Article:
IV.  Methods and tools employed in the Flor lab and in international collaborations

  • Molecular cloning techniques
  • In vitro pharmacology with cloned, molecularly recombined, and native receptors
  • Recombinant and native/primary cell culture
  • Quantitative real-time PCR
  • RNAi – viral and non-viral transfer of shRNA and/or siRNA to cells, tissue, and rodent animals
  • Transgenic mice, including gene knock-out animals
  • In vivo rodent Behavioural Pharmacoloy
  • Molecular Imaging
         a) Immuno-histochemistry and -cytochemistry
         b) In situ hybridisation
         c) Microscopy, including various fluorescent techniques
  • ELISA, Radioimmunoassays, Western-blotting
  • Electrophysiology


V.  Most relevant recent Publications (year 2000 until present)

1)
Orthosteric versus allosteric GPCR activation: The great challenge of group-III mGluRs.
Flor PJ, Acher FC.
Biochem Pharmacol. 2012 Apr 24; in press.
PMID: 22554564 (PDF file)

2)
Pharmacological interference with metabotropic glutamate receptor subtype 7 but not subtype 5 differentially affects within- and between-session extinction of Pavlovian conditioned fear.
Toth I, Dietz M, Peterlik D, Huber SE, Fendt M, Neumann ID, Flor PJ, Slattery DA.
Neuropharmacology. 2012 Mar;62(4):1619-26.
PMID: 22079159 (PDF file)

3)
Pharmacological modulation of mGluR7 with AMN082 and MMPIP exerts specific influences on alcohol consumption and preference in rats.
Bahi A, Fizia K, Dietz M, Gasparini F, Flor PJ.
Addict Biol. 2012 Mar;17(2):235-47.
PMID: 21392179 (PDF file)

4)
Exciting times beyond the brain: metabotropic glutamate receptors in peripheral and non-neural tissues.
Julio-Pieper M, Flor PJ, Dinan TG, Cryan JF.
Pharmacol Rev. 2011 Mar;63(1):35-58.
PMID: 21228260 (PDF file)

5)
Metabotropic glutamate 7 receptor subtype modulates motor symptoms in rodent models of Parkinson's disease.
Greco B, Lopez S, van der Putten H, Flor PJ, Amalric M.
J Pharmacol Exp Ther. 2010 Mar;332(3):1064-71.
PMID:19940105 (PDF file)

6)
mGluR7 facilitates extinction of aversive memories and controls amygdala plasticity.
Fendt M, Schmid S, Thakker DR, Jacobson LH, Yamamoto R, Mitsukawa K, Maier R, Natt F, Hüsken D, Kelly PH, McAllister KH, Hoyer D, van der Putten H, Cryan JF, Flor PJ.
Mol Psychiatry. 2008 Oct;13(10):970-9.  
PMID: 17712315 (PDF file)

7)
Metabotropic glutamate receptor subtype 7 ablation causes dysregulation of the HPA axis and increases hippocampal BDNF protein levels: implications for stress-related psychiatric disorders.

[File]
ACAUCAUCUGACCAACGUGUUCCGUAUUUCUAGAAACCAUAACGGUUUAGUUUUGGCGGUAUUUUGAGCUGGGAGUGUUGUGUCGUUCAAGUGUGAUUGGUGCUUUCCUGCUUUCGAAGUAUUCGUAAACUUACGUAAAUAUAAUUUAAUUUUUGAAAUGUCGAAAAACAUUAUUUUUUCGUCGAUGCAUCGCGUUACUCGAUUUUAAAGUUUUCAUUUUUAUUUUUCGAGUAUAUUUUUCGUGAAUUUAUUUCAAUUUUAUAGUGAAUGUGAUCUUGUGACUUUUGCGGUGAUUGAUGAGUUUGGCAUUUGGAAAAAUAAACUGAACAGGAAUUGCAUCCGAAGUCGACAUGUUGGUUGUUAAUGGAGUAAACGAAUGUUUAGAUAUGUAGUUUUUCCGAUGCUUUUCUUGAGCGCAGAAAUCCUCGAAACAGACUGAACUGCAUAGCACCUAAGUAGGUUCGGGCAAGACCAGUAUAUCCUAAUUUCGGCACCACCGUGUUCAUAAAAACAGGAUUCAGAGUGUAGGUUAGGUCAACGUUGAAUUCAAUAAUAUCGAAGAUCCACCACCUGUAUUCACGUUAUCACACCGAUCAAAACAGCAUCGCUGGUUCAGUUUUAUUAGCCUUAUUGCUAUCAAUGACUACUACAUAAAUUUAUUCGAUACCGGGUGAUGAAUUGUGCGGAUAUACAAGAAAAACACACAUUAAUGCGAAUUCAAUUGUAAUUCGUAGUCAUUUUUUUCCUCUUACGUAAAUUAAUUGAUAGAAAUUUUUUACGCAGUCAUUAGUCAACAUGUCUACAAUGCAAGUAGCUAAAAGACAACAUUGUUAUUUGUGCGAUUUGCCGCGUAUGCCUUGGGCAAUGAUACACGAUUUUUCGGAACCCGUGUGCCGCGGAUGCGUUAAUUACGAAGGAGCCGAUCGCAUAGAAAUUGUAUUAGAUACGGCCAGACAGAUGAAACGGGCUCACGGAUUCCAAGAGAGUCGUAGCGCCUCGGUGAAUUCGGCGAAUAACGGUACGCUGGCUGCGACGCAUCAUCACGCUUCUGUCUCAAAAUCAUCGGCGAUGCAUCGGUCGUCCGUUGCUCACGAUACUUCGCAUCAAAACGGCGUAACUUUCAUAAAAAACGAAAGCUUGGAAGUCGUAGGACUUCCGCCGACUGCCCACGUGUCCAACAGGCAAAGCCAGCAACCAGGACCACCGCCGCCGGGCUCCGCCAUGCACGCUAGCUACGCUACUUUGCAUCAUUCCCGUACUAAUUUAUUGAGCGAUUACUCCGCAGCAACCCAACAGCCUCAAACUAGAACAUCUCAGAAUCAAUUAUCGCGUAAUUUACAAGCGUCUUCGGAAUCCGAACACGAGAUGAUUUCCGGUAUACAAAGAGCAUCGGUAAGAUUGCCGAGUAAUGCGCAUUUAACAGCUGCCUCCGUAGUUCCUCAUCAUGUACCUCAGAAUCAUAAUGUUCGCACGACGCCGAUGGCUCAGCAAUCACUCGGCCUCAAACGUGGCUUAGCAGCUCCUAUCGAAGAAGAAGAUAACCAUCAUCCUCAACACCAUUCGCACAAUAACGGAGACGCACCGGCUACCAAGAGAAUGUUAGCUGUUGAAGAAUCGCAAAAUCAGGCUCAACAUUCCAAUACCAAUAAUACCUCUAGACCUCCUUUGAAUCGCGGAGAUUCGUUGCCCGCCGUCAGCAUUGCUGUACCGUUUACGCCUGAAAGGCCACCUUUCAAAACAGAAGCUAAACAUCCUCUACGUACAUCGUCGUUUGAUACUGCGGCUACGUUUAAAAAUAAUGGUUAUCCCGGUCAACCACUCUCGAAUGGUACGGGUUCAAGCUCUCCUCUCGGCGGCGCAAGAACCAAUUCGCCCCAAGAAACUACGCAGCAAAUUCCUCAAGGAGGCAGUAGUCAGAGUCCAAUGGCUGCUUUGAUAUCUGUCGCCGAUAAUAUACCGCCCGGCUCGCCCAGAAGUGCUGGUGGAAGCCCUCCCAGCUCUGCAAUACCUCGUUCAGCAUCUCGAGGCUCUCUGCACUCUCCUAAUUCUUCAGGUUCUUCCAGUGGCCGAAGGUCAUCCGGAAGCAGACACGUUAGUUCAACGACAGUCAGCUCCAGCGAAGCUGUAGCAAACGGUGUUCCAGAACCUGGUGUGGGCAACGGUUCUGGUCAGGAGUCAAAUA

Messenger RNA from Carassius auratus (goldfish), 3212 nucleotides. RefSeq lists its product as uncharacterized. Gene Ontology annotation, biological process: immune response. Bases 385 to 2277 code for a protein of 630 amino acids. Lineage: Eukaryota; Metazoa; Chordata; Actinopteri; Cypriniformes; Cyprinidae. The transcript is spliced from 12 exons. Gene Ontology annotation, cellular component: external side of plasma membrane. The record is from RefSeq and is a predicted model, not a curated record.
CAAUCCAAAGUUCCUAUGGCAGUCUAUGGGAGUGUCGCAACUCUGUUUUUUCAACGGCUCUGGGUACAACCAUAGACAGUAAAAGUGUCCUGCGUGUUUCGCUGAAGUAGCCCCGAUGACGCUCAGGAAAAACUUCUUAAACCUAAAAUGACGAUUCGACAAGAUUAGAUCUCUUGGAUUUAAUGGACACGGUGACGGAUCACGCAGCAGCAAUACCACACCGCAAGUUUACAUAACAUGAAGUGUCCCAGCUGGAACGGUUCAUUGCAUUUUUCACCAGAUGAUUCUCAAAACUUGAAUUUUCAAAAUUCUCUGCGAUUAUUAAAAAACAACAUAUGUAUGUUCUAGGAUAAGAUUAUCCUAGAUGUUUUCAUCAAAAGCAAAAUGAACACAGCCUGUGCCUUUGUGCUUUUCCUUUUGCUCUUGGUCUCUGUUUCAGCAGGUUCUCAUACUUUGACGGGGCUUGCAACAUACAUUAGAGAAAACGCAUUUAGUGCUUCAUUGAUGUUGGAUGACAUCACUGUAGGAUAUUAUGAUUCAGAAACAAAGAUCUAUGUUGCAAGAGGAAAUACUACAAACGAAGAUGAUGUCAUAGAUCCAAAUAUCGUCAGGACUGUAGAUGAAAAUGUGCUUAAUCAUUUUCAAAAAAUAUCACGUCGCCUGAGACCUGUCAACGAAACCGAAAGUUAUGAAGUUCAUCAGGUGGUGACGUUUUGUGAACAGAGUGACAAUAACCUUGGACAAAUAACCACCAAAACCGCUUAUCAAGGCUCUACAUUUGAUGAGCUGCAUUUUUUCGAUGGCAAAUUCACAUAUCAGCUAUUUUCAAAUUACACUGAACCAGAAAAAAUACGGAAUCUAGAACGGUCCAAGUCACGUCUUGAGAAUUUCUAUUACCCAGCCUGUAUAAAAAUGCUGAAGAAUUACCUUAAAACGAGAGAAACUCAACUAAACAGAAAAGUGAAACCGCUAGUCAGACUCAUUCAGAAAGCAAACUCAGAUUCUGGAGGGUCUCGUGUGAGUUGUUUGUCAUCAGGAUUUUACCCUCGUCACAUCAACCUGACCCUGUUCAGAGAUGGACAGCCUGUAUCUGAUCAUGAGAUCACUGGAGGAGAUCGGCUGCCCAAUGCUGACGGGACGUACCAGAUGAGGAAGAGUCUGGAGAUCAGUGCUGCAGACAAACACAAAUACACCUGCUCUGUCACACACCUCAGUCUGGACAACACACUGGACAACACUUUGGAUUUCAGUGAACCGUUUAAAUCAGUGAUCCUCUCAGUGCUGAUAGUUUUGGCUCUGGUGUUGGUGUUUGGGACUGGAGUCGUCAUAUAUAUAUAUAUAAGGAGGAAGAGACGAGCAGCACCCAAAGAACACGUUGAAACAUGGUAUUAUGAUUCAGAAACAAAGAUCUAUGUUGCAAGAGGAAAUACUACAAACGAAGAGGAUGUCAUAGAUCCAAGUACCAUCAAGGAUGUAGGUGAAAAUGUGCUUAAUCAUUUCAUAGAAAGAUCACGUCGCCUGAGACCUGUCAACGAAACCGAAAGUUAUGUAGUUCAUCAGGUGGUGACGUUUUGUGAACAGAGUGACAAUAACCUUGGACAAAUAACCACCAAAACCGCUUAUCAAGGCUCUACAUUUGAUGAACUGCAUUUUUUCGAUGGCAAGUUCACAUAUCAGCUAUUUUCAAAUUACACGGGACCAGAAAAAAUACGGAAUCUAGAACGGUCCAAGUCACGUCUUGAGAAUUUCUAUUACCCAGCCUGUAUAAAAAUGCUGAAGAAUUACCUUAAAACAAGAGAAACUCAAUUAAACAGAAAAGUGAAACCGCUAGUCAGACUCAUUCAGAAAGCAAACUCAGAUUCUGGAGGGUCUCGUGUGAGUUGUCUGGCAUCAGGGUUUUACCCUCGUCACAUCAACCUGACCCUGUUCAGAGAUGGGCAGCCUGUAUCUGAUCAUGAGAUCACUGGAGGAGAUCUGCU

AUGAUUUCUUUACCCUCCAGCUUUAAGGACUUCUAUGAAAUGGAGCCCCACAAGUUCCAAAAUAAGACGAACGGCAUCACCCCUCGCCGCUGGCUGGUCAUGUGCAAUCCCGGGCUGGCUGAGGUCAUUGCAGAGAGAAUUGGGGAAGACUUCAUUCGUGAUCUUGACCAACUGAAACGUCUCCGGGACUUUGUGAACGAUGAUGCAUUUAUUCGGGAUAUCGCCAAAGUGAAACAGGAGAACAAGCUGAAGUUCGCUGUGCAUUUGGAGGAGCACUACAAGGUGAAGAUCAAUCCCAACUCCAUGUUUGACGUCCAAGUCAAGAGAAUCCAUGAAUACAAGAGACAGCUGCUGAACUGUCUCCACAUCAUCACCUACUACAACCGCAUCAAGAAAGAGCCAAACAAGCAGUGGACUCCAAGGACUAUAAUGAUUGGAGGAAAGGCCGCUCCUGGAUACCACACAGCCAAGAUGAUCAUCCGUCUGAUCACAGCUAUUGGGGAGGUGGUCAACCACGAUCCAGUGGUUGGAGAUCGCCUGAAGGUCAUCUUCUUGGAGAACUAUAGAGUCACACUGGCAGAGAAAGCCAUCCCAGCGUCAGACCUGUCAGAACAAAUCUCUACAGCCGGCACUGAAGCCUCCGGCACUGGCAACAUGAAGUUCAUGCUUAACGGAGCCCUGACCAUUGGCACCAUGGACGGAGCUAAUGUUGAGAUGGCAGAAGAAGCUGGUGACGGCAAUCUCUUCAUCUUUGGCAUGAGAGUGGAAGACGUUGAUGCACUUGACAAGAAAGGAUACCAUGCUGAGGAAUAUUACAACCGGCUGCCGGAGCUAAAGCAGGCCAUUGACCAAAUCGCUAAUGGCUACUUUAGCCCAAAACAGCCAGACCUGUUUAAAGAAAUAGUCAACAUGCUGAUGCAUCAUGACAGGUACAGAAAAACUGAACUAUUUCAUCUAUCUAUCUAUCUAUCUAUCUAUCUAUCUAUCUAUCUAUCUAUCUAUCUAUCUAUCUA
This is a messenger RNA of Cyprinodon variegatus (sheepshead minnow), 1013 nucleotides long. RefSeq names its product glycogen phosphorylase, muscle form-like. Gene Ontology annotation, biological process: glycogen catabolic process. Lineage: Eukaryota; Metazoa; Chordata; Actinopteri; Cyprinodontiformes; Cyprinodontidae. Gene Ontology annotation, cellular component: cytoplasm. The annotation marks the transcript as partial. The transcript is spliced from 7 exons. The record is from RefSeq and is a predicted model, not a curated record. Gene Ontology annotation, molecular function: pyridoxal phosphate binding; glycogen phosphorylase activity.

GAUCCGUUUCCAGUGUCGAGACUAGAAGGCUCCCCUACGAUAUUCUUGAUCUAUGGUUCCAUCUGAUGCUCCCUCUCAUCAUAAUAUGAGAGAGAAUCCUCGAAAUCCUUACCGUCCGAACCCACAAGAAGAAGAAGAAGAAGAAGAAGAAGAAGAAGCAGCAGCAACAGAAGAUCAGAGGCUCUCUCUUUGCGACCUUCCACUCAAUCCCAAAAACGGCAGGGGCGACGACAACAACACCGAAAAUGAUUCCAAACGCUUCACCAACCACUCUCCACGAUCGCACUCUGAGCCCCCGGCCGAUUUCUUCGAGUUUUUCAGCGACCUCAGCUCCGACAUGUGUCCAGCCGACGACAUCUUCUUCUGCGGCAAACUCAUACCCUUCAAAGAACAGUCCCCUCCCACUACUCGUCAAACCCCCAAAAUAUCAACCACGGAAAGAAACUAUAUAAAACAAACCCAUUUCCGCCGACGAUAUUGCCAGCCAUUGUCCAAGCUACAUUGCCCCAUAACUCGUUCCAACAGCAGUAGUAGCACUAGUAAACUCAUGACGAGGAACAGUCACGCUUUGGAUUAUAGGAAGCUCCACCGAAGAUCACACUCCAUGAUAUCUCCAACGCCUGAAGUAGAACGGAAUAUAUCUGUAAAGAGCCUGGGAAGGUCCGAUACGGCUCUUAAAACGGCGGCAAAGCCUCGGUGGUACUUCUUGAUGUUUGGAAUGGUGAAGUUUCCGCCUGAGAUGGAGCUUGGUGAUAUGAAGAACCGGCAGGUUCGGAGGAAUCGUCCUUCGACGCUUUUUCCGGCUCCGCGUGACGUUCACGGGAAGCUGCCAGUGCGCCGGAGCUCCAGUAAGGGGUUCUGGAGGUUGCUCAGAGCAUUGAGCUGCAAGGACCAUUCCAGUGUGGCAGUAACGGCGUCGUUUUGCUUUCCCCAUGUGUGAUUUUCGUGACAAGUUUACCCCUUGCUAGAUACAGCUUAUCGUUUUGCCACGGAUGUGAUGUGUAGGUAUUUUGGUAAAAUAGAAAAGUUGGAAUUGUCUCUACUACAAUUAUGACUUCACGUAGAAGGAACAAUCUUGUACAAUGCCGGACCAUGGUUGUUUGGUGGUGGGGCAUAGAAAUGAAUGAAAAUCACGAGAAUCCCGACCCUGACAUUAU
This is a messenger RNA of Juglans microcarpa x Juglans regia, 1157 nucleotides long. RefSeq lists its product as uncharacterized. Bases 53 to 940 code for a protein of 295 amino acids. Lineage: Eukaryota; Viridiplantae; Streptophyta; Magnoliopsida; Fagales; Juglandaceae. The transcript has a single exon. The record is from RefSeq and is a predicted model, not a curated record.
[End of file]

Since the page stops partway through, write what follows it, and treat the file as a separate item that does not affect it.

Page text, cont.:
Mitsukawa K, Mombereau C, Lötscher E, Uzunov DP, van der Putten H, Flor PJ, Cryan JF.
Neuropsychopharmacology. 2006 Jun;31(6):1112-22.
PMID: 16237391 (PDF file)

8)
A selective metabotropic glutamate receptor 7 agonist: activation of receptor signaling via an allosteric site modulates stress parameters in vivo.
Mitsukawa K, Yamamoto R, Ofner S, Nozulak J, Pescott O, Lukic S, Stoehr N, Mombereau C, Kuhn R, McAllister KH, van der Putten H, Cryan JF, Flor PJ.
Proc Natl Acad Sci U S A. 2005 Dec 20;102(51):18712-7.  
PMID: 16339898 (PDF file)

9)
(-)-PHCCC, a positive allosteric modulator of mGluR4: characterization, mechanism of action, and neuroprotection.
Maj M, Bruno V, Dragic Z, Yamamoto R, Battaglia G, Inderbitzin W, Stoehr N, Stein T, Gasparini F, Vranesic I, Kuhn R, Nicoletti F, Flor PJ.
Neuropharmacology. 2003 Dec;45(7):895-906.
PMID: 14573382 (PDF file)
 
10)
Antidepressant and anxiolytic-like effects in mice lacking the group III metabotropic glutamate receptor mGluR7.
Cryan JF, Kelly PH, Neijt HC, Sansig G, Flor PJ, van Der Putten H.
Eur J Neurosci. 2003 Jun;17(11):2409-17.
PMID: 12814372 (PDF file)

11)
Selective blockade of metabotropic glutamate receptor subtype 5 is neuroprotective.
Bruno V, Ksiazek I, Battaglia G, Lukic S, Leonhardt T, Sauer D, Gasparini F, Kuhn R, Nicoletti F, Flor PJ.
Neuropharmacology. 2000 Sep;39(12):2223-30.
PMID: 10974306 (PDF file)

12)
Selective activation of mGlu4 metabotropic glutamate receptors is protective against excitotoxic neuronal death.
Bruno V, Battaglia G, Ksiazek I, van der Putten H, Catania MV, Giuffrida R, Lukic S, Leonhardt T, Inderbitzin W, Gasparini F, Kuhn R, Hampson DR, Nicoletti F, Flor PJ.
J Neurosci. 2000 Sep 1;20(17):6413-20.
PMID: 10964947 (PDF file)